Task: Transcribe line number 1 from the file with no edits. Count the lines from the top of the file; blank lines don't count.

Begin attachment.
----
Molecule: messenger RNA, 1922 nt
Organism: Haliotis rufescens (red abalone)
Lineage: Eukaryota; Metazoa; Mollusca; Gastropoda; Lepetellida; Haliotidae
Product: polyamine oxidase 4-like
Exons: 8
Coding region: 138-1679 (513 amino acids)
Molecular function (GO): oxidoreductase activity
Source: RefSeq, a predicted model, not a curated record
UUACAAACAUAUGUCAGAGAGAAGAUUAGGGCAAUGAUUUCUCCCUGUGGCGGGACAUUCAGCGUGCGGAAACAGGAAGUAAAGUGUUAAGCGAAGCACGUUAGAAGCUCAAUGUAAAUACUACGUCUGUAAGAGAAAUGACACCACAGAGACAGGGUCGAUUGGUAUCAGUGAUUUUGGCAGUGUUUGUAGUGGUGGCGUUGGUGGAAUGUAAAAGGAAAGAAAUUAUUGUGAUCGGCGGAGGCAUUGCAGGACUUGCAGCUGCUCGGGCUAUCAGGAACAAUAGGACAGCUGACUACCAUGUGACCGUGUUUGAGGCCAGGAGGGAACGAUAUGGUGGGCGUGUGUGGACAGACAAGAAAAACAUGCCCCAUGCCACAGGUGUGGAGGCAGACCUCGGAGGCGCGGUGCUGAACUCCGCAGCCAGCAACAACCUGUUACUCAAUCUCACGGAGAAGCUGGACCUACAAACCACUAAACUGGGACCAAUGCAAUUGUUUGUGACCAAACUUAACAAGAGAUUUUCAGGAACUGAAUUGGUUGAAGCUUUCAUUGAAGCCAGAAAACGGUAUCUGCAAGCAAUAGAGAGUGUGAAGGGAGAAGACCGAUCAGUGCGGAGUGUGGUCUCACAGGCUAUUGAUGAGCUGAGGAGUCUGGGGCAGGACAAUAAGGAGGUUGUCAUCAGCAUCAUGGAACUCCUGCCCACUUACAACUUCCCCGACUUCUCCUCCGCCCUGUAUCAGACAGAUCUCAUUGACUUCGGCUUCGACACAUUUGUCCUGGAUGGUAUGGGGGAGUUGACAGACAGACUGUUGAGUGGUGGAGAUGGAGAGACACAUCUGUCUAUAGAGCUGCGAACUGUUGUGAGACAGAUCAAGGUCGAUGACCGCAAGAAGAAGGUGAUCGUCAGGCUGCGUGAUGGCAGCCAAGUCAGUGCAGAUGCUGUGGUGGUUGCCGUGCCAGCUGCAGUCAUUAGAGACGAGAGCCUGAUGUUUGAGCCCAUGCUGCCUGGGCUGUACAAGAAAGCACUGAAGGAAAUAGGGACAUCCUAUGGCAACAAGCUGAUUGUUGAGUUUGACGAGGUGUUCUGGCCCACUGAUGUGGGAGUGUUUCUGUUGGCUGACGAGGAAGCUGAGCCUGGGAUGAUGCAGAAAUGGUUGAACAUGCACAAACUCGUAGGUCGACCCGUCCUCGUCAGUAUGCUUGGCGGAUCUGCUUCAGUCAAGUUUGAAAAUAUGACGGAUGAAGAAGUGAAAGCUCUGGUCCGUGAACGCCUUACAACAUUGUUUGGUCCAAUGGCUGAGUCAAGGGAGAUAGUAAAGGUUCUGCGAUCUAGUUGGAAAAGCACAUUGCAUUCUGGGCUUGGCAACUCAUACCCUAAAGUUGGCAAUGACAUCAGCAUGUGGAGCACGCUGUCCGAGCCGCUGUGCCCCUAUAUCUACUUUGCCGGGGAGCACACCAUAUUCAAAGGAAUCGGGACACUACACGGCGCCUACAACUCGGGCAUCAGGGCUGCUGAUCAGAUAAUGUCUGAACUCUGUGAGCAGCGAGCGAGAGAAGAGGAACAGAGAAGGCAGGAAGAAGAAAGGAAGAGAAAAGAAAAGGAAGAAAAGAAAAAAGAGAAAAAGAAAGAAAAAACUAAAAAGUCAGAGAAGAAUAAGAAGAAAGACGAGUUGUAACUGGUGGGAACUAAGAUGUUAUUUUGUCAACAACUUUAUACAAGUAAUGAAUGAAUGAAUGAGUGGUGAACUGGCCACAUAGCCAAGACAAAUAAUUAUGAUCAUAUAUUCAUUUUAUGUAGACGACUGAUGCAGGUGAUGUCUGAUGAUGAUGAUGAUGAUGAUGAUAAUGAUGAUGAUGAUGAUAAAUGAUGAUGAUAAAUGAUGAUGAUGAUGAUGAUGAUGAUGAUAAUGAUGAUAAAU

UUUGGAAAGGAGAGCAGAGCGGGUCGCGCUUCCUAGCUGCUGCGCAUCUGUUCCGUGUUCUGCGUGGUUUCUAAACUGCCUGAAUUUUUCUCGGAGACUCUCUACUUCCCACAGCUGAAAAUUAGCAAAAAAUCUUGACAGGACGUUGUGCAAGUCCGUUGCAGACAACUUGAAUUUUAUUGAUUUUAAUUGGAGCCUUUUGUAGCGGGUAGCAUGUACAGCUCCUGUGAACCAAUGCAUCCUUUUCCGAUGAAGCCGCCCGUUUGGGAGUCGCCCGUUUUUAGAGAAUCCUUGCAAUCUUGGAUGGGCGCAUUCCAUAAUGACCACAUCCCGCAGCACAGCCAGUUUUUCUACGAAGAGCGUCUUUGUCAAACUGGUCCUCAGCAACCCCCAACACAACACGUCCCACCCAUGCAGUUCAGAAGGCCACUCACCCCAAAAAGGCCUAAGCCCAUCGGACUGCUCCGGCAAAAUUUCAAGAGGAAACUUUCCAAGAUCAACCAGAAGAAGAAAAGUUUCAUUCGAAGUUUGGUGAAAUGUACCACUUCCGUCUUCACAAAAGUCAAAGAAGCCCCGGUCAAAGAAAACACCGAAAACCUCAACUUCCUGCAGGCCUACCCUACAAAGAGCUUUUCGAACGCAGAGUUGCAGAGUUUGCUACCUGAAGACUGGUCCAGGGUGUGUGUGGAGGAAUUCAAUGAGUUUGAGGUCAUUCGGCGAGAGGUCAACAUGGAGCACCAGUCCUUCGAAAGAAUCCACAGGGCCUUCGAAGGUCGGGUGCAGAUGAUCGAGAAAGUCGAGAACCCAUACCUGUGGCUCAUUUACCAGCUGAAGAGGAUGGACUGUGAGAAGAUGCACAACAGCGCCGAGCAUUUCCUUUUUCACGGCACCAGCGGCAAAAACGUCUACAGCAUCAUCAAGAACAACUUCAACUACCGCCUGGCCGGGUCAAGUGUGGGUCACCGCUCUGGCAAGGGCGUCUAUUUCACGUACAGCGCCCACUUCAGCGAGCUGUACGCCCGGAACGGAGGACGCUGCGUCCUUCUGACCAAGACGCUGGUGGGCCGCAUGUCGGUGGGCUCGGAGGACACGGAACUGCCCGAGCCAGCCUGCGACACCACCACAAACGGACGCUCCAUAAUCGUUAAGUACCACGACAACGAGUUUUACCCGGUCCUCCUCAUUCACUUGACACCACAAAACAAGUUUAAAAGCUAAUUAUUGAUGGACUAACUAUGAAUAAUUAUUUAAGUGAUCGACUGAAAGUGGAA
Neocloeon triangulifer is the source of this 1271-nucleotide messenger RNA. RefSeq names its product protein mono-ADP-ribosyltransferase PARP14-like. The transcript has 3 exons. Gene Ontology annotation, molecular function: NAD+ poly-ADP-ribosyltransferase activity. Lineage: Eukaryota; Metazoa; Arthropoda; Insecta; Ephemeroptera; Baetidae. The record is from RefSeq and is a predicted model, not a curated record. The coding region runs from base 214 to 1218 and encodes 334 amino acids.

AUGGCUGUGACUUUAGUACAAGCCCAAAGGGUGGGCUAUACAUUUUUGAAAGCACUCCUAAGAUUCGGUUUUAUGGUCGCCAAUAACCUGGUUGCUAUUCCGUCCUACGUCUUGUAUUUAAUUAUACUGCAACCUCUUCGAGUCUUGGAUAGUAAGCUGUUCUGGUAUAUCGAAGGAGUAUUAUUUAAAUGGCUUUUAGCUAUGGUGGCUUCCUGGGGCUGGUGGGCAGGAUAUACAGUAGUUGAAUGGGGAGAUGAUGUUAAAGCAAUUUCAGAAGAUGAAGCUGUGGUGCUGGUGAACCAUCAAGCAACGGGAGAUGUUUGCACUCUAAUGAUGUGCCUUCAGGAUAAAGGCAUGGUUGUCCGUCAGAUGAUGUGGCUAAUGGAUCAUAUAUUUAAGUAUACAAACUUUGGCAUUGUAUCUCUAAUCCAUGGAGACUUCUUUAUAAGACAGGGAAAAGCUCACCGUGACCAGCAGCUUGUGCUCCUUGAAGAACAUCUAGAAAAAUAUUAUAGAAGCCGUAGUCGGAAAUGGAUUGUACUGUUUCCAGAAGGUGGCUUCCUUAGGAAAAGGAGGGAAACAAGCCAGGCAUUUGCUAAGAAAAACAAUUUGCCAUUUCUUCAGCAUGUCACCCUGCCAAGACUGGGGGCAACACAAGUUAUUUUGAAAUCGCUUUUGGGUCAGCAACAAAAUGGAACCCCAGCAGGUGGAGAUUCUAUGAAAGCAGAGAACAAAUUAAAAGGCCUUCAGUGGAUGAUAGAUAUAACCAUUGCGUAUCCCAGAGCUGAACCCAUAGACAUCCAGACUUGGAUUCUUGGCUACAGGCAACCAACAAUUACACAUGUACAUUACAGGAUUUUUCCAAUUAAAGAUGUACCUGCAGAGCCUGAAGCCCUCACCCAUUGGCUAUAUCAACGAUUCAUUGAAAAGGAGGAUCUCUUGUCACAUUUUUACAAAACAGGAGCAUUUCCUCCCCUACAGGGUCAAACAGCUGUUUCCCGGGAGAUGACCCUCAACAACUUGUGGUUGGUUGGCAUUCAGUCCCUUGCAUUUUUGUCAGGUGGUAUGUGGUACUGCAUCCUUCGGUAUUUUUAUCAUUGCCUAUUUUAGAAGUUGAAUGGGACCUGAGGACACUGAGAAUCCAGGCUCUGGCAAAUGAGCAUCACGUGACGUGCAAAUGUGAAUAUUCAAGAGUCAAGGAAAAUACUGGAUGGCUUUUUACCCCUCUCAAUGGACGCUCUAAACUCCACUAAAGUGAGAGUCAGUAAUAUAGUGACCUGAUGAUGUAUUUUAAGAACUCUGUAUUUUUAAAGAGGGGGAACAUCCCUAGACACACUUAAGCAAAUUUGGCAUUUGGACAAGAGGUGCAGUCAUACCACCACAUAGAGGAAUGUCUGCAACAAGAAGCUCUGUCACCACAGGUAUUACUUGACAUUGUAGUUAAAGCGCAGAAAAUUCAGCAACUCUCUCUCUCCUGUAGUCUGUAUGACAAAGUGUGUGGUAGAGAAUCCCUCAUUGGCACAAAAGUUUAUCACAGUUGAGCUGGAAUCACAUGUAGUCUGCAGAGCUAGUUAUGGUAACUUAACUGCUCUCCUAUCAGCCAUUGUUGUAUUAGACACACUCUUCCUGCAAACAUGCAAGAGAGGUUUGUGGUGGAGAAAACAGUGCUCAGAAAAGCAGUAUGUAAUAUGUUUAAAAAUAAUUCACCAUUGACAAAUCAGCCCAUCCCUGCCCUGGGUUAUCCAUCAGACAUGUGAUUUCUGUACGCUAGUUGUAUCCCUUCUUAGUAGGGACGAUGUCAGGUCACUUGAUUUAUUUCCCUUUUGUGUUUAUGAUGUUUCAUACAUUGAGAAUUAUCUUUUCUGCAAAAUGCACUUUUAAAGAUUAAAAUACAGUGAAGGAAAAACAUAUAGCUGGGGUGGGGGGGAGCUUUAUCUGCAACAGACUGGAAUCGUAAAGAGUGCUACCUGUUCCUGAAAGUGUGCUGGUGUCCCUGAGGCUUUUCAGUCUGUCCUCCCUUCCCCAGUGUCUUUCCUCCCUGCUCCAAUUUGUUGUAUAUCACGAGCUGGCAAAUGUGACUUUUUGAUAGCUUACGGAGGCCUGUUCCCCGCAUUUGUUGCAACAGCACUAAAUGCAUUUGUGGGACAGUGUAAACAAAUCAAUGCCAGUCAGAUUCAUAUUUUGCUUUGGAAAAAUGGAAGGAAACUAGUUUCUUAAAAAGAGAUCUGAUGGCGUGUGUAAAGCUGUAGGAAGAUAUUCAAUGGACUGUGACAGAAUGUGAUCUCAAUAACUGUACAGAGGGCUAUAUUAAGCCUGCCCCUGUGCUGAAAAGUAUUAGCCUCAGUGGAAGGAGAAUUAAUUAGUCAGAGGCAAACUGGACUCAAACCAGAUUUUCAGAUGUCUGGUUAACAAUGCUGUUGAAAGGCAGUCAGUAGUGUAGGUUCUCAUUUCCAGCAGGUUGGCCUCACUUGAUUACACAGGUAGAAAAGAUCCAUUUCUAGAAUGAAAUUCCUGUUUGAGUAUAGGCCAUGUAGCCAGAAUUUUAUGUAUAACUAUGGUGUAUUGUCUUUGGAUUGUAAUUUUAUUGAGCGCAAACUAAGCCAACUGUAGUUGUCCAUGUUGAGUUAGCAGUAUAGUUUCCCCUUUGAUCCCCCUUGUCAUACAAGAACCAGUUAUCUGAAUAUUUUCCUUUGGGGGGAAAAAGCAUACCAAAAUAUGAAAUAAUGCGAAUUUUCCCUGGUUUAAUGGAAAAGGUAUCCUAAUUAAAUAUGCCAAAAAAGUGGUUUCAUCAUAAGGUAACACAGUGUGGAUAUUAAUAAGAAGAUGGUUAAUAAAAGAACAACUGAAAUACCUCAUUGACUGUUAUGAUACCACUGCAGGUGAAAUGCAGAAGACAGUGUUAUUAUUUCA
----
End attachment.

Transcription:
Molecule: messenger RNA, 1922 nt